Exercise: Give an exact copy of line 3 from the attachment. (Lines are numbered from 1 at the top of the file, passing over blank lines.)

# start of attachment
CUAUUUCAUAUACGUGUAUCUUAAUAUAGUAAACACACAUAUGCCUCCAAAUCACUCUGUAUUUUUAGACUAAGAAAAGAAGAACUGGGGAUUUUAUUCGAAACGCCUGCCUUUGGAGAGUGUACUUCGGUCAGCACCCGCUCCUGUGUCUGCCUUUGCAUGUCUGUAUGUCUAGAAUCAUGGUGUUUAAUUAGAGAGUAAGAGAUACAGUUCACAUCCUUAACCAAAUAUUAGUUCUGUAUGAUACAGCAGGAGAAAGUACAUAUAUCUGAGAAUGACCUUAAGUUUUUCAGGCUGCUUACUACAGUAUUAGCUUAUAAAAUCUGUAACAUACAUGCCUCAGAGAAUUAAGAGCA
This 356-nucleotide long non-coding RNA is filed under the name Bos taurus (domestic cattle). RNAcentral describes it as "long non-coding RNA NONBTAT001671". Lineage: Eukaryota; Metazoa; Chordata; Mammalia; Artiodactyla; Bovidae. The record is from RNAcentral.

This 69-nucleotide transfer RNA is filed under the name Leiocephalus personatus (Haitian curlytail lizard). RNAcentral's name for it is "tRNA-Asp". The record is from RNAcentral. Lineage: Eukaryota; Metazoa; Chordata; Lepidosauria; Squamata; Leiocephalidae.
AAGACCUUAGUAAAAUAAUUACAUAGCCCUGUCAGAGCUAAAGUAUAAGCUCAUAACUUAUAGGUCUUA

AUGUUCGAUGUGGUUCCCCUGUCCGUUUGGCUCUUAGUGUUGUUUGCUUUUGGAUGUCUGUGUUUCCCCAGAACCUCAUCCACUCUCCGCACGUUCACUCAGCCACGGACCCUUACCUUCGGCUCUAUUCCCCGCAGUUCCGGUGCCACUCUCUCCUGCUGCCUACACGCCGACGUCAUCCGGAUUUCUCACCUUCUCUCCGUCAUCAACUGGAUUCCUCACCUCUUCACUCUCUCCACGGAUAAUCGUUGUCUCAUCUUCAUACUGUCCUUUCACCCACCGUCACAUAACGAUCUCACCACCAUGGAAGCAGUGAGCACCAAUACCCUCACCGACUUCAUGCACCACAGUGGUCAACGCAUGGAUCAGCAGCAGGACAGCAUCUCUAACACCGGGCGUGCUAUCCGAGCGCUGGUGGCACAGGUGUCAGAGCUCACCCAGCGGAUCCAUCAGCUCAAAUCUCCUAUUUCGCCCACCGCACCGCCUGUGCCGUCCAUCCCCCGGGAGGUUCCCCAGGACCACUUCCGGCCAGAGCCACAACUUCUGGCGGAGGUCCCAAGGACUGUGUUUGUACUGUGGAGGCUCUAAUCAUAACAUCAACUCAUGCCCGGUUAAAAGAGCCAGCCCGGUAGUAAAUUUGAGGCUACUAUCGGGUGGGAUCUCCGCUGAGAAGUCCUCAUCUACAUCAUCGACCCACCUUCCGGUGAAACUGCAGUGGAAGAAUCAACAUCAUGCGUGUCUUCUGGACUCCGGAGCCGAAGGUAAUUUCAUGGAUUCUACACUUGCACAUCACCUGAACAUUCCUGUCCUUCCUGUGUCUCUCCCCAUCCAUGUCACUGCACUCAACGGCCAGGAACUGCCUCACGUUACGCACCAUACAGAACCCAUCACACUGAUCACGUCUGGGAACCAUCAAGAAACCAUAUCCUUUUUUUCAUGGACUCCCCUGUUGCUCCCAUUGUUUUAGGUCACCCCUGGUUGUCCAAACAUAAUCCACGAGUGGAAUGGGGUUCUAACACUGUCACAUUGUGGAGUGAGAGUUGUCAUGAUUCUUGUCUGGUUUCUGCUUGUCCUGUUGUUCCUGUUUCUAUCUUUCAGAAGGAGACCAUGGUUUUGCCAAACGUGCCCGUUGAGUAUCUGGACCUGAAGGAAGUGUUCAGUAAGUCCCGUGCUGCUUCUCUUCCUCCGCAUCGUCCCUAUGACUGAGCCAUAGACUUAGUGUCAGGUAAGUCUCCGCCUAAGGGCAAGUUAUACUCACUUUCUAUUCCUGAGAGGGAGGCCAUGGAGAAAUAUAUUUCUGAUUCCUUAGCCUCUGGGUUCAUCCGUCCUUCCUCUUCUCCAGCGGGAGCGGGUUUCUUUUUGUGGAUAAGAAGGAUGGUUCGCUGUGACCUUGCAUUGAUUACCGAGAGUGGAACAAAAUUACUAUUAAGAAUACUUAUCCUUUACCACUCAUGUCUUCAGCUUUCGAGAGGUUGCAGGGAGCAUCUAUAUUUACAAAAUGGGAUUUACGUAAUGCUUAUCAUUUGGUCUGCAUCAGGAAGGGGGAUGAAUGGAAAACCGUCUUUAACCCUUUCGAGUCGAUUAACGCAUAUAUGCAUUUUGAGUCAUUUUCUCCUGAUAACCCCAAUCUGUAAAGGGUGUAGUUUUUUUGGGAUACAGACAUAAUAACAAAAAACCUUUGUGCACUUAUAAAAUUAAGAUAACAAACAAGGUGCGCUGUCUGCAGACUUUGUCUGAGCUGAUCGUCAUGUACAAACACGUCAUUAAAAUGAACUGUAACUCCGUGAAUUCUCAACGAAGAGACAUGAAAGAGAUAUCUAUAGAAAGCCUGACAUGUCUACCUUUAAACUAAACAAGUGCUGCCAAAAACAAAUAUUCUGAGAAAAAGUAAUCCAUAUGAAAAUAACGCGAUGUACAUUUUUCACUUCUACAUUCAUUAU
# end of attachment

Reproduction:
This 69-nucleotide transfer RNA is filed under the name Leiocephalus personatus (Haitian curlytail lizard). RNAcentral's name for it is "tRNA-Asp". The record is from RNAcentral. Lineage: Eukaryota; Metazoa; Chordata; Lepidosauria; Squamata; Leiocephalidae.